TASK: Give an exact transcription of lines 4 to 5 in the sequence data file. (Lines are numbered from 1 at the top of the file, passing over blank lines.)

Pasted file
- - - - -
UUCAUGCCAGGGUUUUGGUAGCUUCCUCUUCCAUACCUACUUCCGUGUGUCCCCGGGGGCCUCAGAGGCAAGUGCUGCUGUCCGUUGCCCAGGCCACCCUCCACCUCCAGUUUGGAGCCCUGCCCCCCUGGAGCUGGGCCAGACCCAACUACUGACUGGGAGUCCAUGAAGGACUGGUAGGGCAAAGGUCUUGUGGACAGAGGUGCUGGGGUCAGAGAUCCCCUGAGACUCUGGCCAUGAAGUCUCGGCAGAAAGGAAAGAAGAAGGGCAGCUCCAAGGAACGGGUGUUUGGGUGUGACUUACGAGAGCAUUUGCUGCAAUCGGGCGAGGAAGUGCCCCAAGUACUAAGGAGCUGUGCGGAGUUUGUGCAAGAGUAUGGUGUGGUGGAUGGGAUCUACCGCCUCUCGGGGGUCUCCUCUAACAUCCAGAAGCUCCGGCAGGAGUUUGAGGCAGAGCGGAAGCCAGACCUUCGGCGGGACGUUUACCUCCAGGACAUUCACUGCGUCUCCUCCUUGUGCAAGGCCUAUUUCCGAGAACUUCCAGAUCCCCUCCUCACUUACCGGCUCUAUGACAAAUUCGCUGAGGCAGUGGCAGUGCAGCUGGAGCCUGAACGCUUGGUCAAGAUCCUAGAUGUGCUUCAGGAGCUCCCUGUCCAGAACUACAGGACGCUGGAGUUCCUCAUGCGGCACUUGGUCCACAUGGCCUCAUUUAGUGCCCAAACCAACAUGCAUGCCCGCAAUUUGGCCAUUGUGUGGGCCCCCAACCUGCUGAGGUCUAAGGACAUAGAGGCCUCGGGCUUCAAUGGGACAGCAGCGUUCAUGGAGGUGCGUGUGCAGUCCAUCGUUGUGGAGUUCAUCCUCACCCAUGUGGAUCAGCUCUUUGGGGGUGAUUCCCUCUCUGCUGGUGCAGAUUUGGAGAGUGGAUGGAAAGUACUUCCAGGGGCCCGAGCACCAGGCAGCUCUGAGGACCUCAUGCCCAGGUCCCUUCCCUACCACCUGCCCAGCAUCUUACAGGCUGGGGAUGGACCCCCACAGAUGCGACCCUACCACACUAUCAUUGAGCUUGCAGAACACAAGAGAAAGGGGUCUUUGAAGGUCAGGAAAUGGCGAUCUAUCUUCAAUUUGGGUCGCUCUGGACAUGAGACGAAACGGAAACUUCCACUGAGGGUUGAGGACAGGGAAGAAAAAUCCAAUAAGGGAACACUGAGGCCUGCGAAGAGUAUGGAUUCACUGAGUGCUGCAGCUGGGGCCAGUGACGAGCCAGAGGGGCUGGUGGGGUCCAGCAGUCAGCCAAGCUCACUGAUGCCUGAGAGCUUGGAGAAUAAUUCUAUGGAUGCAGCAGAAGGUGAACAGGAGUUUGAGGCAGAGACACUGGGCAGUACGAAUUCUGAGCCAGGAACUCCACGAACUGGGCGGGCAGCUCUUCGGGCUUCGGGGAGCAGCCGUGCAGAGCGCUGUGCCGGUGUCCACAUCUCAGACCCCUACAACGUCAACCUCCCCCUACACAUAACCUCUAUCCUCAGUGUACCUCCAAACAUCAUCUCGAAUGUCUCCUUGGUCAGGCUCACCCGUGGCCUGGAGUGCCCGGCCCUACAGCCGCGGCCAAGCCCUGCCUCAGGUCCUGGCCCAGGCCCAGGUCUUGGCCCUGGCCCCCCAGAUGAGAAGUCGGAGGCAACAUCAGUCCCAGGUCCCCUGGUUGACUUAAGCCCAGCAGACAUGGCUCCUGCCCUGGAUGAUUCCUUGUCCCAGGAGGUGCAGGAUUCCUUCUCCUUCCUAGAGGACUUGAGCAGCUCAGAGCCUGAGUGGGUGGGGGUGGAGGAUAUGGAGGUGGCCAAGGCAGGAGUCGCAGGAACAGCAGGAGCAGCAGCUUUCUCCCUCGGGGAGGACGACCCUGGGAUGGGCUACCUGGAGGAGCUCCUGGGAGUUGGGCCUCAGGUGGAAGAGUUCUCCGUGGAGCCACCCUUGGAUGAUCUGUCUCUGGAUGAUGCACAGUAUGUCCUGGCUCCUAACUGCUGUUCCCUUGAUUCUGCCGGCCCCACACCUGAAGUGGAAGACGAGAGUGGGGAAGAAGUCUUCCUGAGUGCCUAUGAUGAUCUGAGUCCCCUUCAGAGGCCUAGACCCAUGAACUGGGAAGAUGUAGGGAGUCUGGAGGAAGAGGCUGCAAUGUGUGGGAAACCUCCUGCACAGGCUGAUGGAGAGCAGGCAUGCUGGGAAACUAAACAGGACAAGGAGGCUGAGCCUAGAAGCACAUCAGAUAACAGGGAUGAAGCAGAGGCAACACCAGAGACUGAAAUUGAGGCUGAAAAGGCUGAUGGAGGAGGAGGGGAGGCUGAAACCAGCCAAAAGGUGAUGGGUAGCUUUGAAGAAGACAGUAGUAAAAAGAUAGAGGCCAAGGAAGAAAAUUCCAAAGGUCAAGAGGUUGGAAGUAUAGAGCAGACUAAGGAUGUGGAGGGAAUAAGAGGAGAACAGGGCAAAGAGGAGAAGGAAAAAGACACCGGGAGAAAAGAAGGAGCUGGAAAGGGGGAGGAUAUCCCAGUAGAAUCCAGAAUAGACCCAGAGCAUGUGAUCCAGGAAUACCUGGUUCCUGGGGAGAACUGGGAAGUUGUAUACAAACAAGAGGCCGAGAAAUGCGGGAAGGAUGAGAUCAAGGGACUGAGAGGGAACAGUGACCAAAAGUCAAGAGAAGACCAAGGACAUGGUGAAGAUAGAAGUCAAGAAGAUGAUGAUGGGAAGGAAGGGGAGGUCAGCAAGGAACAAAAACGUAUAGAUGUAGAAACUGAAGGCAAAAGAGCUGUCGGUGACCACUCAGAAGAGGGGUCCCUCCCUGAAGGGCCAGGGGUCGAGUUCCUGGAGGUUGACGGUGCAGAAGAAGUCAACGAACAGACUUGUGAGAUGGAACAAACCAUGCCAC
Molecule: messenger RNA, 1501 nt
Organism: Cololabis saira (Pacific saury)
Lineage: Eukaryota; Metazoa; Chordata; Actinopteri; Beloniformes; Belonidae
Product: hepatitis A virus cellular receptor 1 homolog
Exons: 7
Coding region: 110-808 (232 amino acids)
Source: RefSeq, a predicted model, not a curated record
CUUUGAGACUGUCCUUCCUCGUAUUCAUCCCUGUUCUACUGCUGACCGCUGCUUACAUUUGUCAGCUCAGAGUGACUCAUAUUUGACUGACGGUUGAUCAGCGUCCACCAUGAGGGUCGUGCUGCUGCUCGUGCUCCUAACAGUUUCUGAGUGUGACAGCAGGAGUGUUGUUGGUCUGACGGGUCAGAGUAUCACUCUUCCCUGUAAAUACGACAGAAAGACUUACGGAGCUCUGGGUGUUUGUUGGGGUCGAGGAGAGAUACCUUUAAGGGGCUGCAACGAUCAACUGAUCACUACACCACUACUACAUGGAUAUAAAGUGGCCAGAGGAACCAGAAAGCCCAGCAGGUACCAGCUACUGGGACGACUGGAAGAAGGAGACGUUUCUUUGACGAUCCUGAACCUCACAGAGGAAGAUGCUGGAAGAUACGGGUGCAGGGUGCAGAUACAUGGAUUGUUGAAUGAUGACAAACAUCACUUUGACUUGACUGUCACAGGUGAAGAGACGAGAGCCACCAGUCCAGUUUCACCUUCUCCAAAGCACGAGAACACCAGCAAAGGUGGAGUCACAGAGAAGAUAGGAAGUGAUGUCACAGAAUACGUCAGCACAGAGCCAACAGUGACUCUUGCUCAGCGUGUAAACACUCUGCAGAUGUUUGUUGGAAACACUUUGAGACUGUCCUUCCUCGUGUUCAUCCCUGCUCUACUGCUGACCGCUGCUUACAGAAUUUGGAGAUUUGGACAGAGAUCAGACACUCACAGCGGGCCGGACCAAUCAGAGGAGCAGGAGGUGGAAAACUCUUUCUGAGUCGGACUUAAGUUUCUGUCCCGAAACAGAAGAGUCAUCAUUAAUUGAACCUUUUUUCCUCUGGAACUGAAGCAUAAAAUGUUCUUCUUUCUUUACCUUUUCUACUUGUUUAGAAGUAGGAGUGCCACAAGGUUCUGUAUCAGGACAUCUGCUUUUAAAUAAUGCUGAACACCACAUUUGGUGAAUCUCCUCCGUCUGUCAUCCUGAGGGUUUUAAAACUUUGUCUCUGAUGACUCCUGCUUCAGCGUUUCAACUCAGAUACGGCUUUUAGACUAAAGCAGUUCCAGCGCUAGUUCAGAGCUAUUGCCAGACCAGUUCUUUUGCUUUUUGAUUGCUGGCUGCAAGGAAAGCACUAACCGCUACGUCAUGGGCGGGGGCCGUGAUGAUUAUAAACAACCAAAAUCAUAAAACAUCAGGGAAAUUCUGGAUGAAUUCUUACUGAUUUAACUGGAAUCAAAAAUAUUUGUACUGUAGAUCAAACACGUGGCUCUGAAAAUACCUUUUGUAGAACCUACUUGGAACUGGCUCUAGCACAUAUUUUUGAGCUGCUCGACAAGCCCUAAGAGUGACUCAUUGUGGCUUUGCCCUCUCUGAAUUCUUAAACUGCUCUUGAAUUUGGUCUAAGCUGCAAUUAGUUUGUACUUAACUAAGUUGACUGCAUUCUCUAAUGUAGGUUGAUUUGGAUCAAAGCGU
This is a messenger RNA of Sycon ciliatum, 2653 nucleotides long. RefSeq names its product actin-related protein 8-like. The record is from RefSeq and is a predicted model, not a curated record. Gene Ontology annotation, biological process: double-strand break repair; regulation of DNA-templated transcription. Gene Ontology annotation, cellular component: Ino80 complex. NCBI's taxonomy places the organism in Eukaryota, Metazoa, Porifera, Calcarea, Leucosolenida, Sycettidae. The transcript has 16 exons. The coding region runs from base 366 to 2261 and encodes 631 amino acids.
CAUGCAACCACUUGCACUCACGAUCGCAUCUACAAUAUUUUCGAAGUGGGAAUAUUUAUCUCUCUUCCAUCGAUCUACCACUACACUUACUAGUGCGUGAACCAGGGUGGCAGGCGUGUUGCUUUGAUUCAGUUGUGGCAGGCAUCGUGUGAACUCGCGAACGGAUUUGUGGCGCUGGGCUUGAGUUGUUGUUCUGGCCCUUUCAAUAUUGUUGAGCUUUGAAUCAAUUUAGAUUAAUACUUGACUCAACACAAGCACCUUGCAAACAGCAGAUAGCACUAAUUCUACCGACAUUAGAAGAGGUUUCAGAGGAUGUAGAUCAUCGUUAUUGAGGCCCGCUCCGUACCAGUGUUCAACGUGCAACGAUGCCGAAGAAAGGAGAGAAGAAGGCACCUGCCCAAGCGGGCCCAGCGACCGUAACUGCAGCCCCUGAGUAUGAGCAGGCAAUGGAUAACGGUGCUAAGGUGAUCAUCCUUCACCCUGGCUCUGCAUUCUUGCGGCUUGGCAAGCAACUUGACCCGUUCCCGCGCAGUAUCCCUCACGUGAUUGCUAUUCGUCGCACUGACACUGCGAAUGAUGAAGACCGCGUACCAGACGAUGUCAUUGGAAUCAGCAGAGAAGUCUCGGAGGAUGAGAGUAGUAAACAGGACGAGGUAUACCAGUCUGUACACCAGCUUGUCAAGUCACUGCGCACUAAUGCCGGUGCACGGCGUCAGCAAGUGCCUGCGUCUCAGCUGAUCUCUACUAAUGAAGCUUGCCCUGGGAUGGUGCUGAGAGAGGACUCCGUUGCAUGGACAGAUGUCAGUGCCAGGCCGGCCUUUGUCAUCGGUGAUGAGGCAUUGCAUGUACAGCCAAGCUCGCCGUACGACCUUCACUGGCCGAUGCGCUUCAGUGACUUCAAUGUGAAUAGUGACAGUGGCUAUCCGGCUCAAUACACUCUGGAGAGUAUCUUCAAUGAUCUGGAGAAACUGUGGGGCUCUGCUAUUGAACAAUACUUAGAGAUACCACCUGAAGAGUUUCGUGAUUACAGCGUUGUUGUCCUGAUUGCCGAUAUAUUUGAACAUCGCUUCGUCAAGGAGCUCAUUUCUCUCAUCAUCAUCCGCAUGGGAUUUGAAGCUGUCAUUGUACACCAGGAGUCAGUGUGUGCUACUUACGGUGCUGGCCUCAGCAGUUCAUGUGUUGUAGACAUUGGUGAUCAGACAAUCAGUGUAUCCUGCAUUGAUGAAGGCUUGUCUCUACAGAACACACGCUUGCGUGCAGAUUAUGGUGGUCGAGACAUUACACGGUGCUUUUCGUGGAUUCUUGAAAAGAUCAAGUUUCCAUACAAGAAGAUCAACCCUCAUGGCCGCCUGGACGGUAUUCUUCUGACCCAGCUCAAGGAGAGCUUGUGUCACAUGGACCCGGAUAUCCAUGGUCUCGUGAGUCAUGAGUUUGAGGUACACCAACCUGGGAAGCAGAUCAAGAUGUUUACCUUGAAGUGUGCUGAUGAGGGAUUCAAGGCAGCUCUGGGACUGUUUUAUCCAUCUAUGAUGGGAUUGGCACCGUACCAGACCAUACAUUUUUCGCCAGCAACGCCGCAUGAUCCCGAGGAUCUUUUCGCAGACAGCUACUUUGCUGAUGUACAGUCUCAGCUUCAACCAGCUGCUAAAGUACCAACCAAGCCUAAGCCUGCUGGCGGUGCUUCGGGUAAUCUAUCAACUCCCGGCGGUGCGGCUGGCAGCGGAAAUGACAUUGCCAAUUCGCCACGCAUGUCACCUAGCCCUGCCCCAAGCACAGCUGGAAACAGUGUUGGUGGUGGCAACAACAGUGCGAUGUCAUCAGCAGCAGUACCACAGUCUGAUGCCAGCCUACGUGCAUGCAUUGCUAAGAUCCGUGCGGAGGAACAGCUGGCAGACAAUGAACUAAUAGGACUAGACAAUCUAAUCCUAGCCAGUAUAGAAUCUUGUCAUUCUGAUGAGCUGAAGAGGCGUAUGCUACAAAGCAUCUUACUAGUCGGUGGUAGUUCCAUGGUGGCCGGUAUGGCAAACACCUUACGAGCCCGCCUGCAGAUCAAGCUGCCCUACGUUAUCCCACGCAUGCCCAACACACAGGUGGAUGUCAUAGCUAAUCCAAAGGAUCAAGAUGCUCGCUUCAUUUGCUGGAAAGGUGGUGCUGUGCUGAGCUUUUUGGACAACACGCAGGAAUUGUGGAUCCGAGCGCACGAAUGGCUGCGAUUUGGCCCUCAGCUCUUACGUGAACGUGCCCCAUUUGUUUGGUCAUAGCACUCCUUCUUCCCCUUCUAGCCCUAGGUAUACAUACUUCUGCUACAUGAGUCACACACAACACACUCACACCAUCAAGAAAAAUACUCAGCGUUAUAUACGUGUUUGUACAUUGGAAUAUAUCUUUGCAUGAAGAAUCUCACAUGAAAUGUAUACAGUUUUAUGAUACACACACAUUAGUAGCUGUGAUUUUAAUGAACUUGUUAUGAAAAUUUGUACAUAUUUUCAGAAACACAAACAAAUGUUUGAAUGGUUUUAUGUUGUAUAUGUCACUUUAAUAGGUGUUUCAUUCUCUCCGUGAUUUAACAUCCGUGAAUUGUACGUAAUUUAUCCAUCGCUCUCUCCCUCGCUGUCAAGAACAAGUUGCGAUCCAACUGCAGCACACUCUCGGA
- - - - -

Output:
Lineage: Eukaryota; Metazoa; Chordata; Actinopteri; Beloniformes; Belonidae
Product: hepatitis A virus cellular receptor 1 homolog